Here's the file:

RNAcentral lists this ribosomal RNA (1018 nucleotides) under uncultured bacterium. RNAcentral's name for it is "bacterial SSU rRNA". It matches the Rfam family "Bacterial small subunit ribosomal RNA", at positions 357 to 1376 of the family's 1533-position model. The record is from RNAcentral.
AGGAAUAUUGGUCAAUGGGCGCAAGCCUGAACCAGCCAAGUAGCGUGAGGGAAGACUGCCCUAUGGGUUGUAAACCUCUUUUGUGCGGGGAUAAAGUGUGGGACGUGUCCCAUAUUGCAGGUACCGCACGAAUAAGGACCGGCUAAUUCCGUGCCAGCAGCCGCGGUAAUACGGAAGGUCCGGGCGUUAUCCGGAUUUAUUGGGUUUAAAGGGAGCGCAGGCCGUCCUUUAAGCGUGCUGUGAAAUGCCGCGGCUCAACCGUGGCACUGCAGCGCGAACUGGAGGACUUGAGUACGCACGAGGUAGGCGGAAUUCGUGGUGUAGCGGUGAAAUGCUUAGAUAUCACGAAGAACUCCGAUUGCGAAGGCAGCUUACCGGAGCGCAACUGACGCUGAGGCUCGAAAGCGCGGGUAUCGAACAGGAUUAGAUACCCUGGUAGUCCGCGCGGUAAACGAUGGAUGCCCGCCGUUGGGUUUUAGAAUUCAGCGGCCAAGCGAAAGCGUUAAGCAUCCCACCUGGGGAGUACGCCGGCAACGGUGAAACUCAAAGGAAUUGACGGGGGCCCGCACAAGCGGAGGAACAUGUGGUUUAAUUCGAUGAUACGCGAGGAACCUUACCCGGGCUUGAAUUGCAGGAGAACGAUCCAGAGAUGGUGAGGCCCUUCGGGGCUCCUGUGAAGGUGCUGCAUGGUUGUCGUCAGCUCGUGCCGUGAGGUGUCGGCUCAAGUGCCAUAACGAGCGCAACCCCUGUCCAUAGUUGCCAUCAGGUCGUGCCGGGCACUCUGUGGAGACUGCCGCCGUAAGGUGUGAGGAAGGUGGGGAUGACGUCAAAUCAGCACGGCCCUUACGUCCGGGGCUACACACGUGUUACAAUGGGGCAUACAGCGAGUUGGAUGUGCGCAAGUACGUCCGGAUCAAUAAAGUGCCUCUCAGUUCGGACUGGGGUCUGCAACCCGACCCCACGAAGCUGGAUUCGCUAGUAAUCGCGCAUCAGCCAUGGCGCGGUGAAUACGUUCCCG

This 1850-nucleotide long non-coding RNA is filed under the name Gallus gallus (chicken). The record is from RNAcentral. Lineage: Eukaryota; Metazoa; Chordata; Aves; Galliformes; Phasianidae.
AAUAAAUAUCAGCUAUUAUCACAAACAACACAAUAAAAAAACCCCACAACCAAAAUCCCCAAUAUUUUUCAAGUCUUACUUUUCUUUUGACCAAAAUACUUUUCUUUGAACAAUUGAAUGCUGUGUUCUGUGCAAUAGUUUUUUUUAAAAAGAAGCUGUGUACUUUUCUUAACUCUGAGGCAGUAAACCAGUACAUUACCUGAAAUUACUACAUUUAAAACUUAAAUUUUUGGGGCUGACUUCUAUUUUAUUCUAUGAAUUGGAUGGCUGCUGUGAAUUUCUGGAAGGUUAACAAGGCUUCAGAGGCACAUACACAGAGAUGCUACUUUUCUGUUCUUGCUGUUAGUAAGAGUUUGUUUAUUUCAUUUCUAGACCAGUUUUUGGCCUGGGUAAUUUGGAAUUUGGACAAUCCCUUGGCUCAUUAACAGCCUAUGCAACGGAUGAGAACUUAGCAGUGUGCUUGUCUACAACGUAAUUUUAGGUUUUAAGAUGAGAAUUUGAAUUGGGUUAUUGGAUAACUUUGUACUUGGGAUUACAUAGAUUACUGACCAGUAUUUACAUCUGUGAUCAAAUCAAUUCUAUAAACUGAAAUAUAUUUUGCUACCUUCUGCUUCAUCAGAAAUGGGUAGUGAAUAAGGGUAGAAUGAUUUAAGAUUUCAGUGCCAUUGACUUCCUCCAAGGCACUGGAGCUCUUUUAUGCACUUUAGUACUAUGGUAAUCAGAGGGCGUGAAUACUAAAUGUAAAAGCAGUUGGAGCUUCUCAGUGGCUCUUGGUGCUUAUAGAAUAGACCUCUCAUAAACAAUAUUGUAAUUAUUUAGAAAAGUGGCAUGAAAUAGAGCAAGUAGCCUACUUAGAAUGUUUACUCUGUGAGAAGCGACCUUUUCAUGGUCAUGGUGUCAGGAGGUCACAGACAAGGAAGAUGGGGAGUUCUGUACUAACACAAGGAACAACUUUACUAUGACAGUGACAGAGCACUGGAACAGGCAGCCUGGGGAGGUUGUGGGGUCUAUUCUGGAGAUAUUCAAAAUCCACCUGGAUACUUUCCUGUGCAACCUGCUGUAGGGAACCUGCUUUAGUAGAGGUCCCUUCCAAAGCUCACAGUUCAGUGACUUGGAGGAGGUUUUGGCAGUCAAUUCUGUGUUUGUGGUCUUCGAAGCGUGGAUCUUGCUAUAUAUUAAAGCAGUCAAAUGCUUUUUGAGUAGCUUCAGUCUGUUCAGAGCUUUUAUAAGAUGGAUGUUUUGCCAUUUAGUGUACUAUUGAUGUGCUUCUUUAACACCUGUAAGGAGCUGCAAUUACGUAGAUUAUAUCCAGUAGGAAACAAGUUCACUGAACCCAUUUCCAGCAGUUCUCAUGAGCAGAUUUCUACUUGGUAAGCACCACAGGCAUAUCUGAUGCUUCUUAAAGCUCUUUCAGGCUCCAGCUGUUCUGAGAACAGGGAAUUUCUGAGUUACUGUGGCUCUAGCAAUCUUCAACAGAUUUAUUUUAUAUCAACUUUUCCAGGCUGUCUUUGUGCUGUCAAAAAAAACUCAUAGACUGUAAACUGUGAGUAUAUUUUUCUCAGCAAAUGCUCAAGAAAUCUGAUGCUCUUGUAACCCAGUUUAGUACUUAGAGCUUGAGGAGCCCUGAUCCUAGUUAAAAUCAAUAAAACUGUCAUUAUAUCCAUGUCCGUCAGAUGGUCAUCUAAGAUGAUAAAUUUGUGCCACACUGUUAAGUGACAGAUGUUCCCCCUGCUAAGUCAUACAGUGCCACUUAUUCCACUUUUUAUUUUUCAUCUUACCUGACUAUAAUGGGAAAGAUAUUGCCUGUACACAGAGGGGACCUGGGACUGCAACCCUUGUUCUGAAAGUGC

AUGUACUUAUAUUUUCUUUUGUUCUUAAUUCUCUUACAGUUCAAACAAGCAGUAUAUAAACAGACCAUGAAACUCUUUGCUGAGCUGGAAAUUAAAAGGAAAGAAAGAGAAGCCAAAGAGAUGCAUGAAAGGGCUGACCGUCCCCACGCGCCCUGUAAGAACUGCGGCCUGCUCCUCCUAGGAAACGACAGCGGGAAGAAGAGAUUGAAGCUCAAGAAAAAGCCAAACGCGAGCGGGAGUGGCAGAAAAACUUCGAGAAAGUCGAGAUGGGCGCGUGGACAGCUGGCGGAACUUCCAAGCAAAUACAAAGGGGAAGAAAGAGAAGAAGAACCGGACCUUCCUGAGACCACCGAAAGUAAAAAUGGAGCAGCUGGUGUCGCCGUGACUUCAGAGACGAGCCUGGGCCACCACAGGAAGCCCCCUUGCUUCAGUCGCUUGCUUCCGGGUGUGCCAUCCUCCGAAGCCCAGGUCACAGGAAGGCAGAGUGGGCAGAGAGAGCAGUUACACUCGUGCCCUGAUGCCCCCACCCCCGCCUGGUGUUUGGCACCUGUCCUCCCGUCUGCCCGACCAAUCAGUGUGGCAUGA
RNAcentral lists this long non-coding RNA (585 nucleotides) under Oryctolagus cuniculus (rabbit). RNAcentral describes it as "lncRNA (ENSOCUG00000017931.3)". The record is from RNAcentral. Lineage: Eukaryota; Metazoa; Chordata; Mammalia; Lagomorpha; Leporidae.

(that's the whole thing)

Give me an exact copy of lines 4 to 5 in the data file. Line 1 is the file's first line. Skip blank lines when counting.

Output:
AAUAAAUAUCAGCUAUUAUCACAAACAACACAAUAAAAAAACCCCACAACCAAAAUCCCCAAUAUUUUUCAAGUCUUACUUUUCUUUUGACCAAAAUACUUUUCUUUGAACAAUUGAAUGCUGUGUUCUGUGCAAUAGUUUUUUUUAAAAAGAAGCUGUGUACUUUUCUUAACUCUGAGGCAGUAAACCAGUACAUUACCUGAAAUUACUACAUUUAAAACUUAAAUUUUUGGGGCUGACUUCUAUUUUAUUCUAUGAAUUGGAUGGCUGCUGUGAAUUUCUGGAAGGUUAACAAGGCUUCAGAGGCACAUACACAGAGAUGCUACUUUUCUGUUCUUGCUGUUAGUAAGAGUUUGUUUAUUUCAUUUCUAGACCAGUUUUUGGCCUGGGUAAUUUGGAAUUUGGACAAUCCCUUGGCUCAUUAACAGCCUAUGCAACGGAUGAGAACUUAGCAGUGUGCUUGUCUACAACGUAAUUUUAGGUUUUAAGAUGAGAAUUUGAAUUGGGUUAUUGGAUAACUUUGUACUUGGGAUUACAUAGAUUACUGACCAGUAUUUACAUCUGUGAUCAAAUCAAUUCUAUAAACUGAAAUAUAUUUUGCUACCUUCUGCUUCAUCAGAAAUGGGUAGUGAAUAAGGGUAGAAUGAUUUAAGAUUUCAGUGCCAUUGACUUCCUCCAAGGCACUGGAGCUCUUUUAUGCACUUUAGUACUAUGGUAAUCAGAGGGCGUGAAUACUAAAUGUAAAAGCAGUUGGAGCUUCUCAGUGGCUCUUGGUGCUUAUAGAAUAGACCUCUCAUAAACAAUAUUGUAAUUAUUUAGAAAAGUGGCAUGAAAUAGAGCAAGUAGCCUACUUAGAAUGUUUACUCUGUGAGAAGCGACCUUUUCAUGGUCAUGGUGUCAGGAGGUCACAGACAAGGAAGAUGGGGAGUUCUGUACUAACACAAGGAACAACUUUACUAUGACAGUGACAGAGCACUGGAACAGGCAGCCUGGGGAGGUUGUGGGGUCUAUUCUGGAGAUAUUCAAAAUCCACCUGGAUACUUUCCUGUGCAACCUGCUGUAGGGAACCUGCUUUAGUAGAGGUCCCUUCCAAAGCUCACAGUUCAGUGACUUGGAGGAGGUUUUGGCAGUCAAUUCUGUGUUUGUGGUCUUCGAAGCGUGGAUCUUGCUAUAUAUUAAAGCAGUCAAAUGCUUUUUGAGUAGCUUCAGUCUGUUCAGAGCUUUUAUAAGAUGGAUGUUUUGCCAUUUAGUGUACUAUUGAUGUGCUUCUUUAACACCUGUAAGGAGCUGCAAUUACGUAGAUUAUAUCCAGUAGGAAACAAGUUCACUGAACCCAUUUCCAGCAGUUCUCAUGAGCAGAUUUCUACUUGGUAAGCACCACAGGCAUAUCUGAUGCUUCUUAAAGCUCUUUCAGGCUCCAGCUGUUCUGAGAACAGGGAAUUUCUGAGUUACUGUGGCUCUAGCAAUCUUCAACAGAUUUAUUUUAUAUCAACUUUUCCAGGCUGUCUUUGUGCUGUCAAAAAAAACUCAUAGACUGUAAACUGUGAGUAUAUUUUUCUCAGCAAAUGCUCAAGAAAUCUGAUGCUCUUGUAACCCAGUUUAGUACUUAGAGCUUGAGGAGCCCUGAUCCUAGUUAAAAUCAAUAAAACUGUCAUUAUAUCCAUGUCCGUCAGAUGGUCAUCUAAGAUGAUAAAUUUGUGCCACACUGUUAAGUGACAGAUGUUCCCCCUGCUAAGUCAUACAGUGCCACUUAUUCCACUUUUUAUUUUUCAUCUUACCUGACUAUAAUGGGAAAGAUAUUGCCUGUACACAGAGGGGACCUGGGACUGCAACCCUUGUUCUGAAAGUGC

AUGUACUUAUAUUUUCUUUUGUUCUUAAUUCUCUUACAGUUCAAACAAGCAGUAUAUAAACAGACCAUGAAACUCUUUGCUGAGCUGGAAAUUAAAAGGAAAGAAAGAGAAGCCAAAGAGAUGCAUGAAAGGGCUGACCGUCCCCACGCGCCCUGUAAGAACUGCGGCCUGCUCCUCCUAGGAAACGACAGCGGGAAGAAGAGAUUGAAGCUCAAGAAAAAGCCAAACGCGAGCGGGAGUGGCAGAAAAACUUCGAGAAAGUCGAGAUGGGCGCGUGGACAGCUGGCGGAACUUCCAAGCAAAUACAAAGGGGAAGAAAGAGAAGAAGAACCGGACCUUCCUGAGACCACCGAAAGUAAAAAUGGAGCAGCUGGUGUCGCCGUGACUUCAGAGACGAGCCUGGGCCACCACAGGAAGCCCCCUUGCUUCAGUCGCUUGCUUCCGGGUGUGCCAUCCUCCGAAGCCCAGGUCACAGGAAGGCAGAGUGGGCAGAGAGAGCAGUUACACUCGUGCCCUGAUGCCCCCACCCCCGCCUGGUGUUUGGCACCUGUCCUCCCGUCUGCCCGACCAAUCAGUGUGGCAUGA